Hot couture

01 January 2000
Hot couture

If Gary Rhodes had been around in 1852 he might have been described as "sporting a rich crimson velvet waistcoat, a variegated blue satin stock and a white hat worn on one side". For this was Thackeray's description of a fashionable chef at that time and Rhodes, in his famous checked trousers, is surely the epitome of a fashionable chef.

In fact, many chefs today are discarding their traditional whites in favour of trendy new designs with jazzy patterns and bright colours. But the revolution has been a long time coming - for more than 100 years the chef's uniform has remained virtually unchanged.

Since about 1870 chefs' clothing had consisted of a white, double-breasted jacket, tall white hat, blue-checked trousers, neck tie and clogs. The tendency to wear white was already established in the 15th century, as illustrations of the cook wearing a long white apron in Chaucer's Canterbury Tales show. It has been suggested that this is because cooks, together with millers and bakers, were liable to become covered with flour, although the association of white with cleanliness and the fact that white fabrics are generally less expensive is plausible.

The idea of the apron to contend with the splashing of hot liquids seems to have originated in the Middle Ages. For the same reason, long white over-sleeves appeared in the 17th century as an alternative to rolled up shirt-sleeves.

Headgear, however, does not seem to have been de rigueur for chefs until the 18th century, when many cooks took to wearing a round skull-cap of velvet or white linen known as a "nightcap".

As for the origins of the toque - there appear to be two versions. One tale dates from the early part of the 18th century in Vienna, where Antoine Carâme slipped cardboard into his cap to give it a smarter appearance - thus giving birth to the toque.

An alternative myth dates the toque's advent back to 16th-century Greece when chefs were classed as artisans. They formed groups among themselves and invited townsfolk to join them in their meeting places to enjoy fine food and wine.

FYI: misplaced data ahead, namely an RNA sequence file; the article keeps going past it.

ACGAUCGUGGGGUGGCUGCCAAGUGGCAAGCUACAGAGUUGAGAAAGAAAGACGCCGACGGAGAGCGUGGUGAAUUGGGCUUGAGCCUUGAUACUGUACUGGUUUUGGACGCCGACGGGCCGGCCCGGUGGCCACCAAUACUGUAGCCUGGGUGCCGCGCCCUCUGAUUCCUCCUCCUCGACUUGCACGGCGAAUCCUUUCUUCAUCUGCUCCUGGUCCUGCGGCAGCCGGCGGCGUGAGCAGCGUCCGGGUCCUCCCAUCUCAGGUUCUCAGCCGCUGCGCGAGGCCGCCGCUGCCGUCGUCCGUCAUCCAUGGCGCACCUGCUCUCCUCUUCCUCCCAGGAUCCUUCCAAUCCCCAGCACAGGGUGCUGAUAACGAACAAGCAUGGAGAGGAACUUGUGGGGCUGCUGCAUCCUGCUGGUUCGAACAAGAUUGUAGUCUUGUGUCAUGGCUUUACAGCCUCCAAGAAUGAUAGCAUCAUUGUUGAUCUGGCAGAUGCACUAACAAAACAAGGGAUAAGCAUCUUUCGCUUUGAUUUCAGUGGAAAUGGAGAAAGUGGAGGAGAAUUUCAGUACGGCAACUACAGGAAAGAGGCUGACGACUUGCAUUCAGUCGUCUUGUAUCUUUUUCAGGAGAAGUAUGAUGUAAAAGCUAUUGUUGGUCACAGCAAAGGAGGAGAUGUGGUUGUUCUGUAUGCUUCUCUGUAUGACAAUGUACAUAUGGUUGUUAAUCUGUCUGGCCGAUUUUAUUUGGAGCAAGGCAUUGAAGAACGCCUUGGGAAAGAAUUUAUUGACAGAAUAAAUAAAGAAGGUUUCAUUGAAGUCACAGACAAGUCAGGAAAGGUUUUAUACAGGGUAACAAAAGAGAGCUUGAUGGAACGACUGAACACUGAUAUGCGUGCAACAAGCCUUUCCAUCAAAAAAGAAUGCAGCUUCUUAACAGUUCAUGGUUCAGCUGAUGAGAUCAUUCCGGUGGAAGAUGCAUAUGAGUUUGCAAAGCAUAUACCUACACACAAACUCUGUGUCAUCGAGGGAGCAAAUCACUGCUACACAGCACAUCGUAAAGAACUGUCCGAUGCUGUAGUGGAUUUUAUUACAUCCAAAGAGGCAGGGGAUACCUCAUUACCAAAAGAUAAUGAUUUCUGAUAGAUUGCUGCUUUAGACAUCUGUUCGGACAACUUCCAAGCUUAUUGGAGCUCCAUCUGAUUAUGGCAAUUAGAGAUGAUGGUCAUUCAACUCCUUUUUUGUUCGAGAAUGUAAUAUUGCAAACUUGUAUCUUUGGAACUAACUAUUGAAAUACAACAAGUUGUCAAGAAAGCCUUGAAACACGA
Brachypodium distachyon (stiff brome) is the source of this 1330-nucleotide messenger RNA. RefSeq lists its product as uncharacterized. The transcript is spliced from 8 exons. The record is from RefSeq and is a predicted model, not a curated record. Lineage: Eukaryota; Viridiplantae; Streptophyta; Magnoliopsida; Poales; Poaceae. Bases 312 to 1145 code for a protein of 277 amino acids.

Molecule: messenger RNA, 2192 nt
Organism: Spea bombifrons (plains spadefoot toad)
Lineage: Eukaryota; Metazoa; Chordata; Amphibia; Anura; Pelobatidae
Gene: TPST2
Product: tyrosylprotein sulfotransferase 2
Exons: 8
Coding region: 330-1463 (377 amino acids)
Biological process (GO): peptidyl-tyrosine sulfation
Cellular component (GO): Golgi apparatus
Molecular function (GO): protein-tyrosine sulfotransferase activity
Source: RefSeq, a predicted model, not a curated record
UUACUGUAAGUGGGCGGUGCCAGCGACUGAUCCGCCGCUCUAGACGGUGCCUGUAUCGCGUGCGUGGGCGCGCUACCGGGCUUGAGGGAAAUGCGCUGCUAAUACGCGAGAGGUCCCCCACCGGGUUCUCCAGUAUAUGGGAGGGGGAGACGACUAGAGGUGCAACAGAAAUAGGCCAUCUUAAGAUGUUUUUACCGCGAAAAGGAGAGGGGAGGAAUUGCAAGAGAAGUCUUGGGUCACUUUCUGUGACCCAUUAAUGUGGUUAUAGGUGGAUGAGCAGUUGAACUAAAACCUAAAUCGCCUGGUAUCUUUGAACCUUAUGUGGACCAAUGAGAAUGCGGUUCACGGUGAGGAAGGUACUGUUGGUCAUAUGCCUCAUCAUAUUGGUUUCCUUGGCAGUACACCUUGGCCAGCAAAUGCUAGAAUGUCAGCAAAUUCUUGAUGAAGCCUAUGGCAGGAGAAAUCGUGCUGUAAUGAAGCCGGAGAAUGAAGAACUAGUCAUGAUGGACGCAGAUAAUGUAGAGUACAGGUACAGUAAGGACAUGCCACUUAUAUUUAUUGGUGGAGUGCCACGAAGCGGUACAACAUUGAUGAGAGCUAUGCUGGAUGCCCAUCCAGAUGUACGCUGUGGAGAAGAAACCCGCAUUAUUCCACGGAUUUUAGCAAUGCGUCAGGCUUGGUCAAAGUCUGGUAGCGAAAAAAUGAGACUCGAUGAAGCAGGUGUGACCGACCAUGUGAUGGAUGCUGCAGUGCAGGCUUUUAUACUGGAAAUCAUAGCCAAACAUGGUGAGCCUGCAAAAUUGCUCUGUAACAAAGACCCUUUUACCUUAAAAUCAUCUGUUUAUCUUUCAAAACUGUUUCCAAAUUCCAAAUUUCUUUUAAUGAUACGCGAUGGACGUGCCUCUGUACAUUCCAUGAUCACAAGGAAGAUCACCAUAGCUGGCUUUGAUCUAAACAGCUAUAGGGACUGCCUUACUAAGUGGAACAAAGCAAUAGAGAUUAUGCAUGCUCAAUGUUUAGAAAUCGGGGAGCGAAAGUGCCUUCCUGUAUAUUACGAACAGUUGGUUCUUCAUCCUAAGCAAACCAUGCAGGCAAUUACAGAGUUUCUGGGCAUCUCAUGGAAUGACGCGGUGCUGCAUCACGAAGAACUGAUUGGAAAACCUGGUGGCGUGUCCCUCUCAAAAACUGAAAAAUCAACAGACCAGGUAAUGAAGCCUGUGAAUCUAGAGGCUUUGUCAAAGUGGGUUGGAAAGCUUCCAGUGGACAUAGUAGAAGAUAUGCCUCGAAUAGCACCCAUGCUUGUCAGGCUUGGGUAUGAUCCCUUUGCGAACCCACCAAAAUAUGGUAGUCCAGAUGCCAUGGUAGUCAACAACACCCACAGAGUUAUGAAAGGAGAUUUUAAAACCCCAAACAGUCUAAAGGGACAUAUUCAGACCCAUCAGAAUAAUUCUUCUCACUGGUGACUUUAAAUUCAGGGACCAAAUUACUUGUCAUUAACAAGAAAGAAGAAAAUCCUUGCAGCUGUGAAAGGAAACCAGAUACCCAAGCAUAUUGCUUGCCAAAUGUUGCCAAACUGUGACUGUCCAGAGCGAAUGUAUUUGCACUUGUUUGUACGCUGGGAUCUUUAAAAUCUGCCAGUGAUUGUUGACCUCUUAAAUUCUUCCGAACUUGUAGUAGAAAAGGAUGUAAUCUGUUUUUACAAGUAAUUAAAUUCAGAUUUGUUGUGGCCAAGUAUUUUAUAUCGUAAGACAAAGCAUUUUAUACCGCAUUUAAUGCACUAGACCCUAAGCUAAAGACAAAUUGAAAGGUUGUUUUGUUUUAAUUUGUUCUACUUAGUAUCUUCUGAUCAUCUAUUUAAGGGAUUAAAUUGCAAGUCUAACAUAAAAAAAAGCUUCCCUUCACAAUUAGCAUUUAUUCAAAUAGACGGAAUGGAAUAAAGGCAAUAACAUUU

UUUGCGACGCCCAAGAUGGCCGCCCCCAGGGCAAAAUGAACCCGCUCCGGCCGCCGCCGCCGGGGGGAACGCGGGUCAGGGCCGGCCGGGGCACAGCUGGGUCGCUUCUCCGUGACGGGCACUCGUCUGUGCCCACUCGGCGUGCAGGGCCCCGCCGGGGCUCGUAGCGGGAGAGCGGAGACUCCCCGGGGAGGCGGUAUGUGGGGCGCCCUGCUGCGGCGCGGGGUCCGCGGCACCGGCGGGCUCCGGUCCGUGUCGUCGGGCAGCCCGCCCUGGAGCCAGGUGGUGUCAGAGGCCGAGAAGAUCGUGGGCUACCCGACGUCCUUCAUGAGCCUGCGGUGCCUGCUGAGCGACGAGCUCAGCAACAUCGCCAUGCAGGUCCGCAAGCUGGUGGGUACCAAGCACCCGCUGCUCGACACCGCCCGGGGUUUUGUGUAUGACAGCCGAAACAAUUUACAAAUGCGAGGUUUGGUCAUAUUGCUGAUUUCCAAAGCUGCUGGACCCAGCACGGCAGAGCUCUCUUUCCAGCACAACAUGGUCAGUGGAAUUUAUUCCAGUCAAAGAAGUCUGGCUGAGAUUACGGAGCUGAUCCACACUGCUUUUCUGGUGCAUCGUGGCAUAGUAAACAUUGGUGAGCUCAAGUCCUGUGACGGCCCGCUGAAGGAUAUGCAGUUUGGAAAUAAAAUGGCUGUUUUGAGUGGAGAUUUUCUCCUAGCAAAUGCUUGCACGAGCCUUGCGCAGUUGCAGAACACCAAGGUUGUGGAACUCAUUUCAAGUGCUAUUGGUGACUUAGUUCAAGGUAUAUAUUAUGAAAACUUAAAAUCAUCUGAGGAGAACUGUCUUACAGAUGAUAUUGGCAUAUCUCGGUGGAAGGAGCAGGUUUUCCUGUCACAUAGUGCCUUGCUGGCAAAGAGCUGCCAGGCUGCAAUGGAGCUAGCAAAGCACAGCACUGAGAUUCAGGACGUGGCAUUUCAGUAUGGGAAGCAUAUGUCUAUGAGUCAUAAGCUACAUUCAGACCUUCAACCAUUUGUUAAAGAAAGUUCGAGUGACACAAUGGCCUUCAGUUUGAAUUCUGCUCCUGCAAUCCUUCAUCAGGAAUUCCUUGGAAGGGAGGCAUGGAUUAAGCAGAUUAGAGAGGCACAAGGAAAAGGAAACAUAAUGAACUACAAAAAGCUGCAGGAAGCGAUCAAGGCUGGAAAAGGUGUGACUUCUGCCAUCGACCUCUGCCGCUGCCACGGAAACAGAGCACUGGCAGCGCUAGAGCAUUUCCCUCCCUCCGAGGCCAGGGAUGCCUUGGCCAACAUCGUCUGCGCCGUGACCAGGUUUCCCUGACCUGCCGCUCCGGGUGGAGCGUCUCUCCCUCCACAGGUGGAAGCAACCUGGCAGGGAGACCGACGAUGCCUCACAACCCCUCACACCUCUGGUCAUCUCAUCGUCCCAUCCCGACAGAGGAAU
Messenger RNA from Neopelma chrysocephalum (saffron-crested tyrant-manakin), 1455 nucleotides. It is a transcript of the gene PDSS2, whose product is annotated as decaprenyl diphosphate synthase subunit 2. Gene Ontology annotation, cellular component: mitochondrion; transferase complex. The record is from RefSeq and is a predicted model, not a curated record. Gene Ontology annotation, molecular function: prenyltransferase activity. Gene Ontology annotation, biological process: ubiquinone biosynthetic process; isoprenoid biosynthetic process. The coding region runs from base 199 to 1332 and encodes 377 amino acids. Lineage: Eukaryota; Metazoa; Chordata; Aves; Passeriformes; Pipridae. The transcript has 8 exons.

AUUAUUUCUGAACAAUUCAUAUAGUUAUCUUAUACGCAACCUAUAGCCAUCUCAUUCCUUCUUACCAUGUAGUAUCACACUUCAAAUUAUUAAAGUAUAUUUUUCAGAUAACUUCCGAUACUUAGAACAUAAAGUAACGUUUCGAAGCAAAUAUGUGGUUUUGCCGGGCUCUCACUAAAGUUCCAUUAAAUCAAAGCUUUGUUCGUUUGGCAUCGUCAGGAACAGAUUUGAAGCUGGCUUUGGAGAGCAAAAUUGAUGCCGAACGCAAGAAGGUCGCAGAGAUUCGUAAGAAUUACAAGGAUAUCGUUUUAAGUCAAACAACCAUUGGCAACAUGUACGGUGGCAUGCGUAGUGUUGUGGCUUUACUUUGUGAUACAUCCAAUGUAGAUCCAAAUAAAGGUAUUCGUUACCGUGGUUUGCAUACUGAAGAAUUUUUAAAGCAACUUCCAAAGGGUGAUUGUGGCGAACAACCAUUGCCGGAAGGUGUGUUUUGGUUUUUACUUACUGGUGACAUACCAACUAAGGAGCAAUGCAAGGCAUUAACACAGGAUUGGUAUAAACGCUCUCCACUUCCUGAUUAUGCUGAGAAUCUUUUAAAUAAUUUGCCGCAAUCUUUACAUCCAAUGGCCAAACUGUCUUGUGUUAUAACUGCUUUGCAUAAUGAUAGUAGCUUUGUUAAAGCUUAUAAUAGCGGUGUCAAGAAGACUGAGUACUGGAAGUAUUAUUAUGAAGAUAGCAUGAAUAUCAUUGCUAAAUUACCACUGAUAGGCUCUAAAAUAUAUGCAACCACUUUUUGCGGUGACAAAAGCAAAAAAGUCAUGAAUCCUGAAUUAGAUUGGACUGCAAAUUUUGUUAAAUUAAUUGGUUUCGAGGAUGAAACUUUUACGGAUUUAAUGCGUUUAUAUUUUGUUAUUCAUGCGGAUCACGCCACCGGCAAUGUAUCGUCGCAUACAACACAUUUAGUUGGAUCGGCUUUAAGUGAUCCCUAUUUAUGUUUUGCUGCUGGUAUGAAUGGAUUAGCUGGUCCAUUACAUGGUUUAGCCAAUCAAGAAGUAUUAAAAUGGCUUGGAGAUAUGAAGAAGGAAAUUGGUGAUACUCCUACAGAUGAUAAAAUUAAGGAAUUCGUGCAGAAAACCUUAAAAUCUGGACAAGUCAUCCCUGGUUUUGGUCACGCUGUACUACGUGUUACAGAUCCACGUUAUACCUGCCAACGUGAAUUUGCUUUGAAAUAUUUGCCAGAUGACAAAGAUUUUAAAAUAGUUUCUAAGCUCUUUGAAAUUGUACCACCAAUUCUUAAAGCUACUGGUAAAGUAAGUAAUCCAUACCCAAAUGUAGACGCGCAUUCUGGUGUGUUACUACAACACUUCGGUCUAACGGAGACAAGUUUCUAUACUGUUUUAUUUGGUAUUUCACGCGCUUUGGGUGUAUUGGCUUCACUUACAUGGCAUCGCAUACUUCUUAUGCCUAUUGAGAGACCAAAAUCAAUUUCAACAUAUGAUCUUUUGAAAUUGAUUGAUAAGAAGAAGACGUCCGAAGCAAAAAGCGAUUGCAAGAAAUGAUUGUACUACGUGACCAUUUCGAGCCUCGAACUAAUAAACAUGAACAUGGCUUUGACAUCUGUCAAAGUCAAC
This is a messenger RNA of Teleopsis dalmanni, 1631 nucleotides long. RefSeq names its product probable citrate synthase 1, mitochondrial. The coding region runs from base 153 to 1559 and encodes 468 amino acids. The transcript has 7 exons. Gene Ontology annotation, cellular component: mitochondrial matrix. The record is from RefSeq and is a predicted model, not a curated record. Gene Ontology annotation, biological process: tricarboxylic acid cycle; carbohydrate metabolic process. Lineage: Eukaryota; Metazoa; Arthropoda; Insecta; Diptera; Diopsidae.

Disguised as priests

The Greek king, concerned that too much money was being spent in these early restaurants and cafés and too little paid in taxes, banished the chefs, who then sought refuge with Greek Orthodox priests. As a disguise they grew beards and wore tall hats similar to the ones worn by priests. However, so as not to be confused with their religious protectors, the chefs' hats were white.

Whatever the truth about the toque's origins, the hat has been worn since the 19th century by chefs on the Continent, and later in London, although the shape varied. Some chefs wore a round, flat-topped tam-o'-shanter, while others preferred a "pork pie" skull-cap with a tassel. Alexis Soyer, head chef of London's Reform Club in 1863, was renowned for wearing a beret made of black velvet.

It was not until the early 20th century, though, that the white tam-o'-shanter and pork pie-style hats became gathered at the crown and were combined to form a "cauliflower" shape. The new design became very popular and from 1914 it became the traditional headwear for chefs.

In the meantime, the neck tie had appeared on the scene (originally longer than its present form) as a useful tool for wiping the brow and neck in the hot conditions of the kitchen. With the introduction of ventilation and air conditioning its practicality has diminished slightly in recent years and it is now retained by some chefs as a decorative and traditional part of their uniform only. However, Mark Gregory, head chef at the soon-to-be-opened T'Su Japanese-style restaurant in London's Walton Street, confesses: "I feel naked without it."

It is unclear when wooden clogs became a popular form of footwear for chefs, but their adoption seems to have been for practical rather than fashion purposes. As chefs' feet take so much punishment standing for hours on hard surfaces, it makes sense to wear shoes that follow the natural shape of the foot and provide the correct support.

In fact, the traditional wooden sole with cupped heel and arch support is thought to help prevent complaints associated with standing for long periods, such as back pain. Clogs also allow quick release of the foot in the event of a spillage or other accidents.

Gregory is the man behind Le Chef workwear and is largely responsible for the revolution in chefs' clothing. His comfortable, multi-fit, trendy designs have provided alternatives for chefs who want something other than traditional whites - two of his innovations being the introduction of trousers with an elasticated waist and drawstrings, and a pull-over tunic-style jacket with no temperamental buttons.

However, his designs have not always been well-received. "At first I was ridiculed," he recalls, "but those people aren't laughing now." Indeed, his designs are worn by many top chefs, including Antony Worrall Thompson and Christian Delteil. And the checks which have become Rhodes's trademark can also be attributed to Gregory.

Gregory's plans for the future include Japanese wrap-over-style jackets and, for the environmentally-aware chef, uniforms made of unbleached cotton.

Demand for new styles

The chefs' wear supplier and manufacturer of Gregory's Le Chef designs, Dennys, also realised there was a demand for something different. Director Nick Jubert says: "We recognised in New Zealand, Australia and America something was happening in chefs' wear which was very good and which we believed everyone would want. So we started a new range to mirror that." Dennys has been dressing chefs for 140 years, originally from its premises in Old Compton Street in London's Soho and more recently from new, larger premises at 55a Dean Street, a move of just 50 yards across the road and one which pays a fitting tribute to a new era of chefs' clothing.

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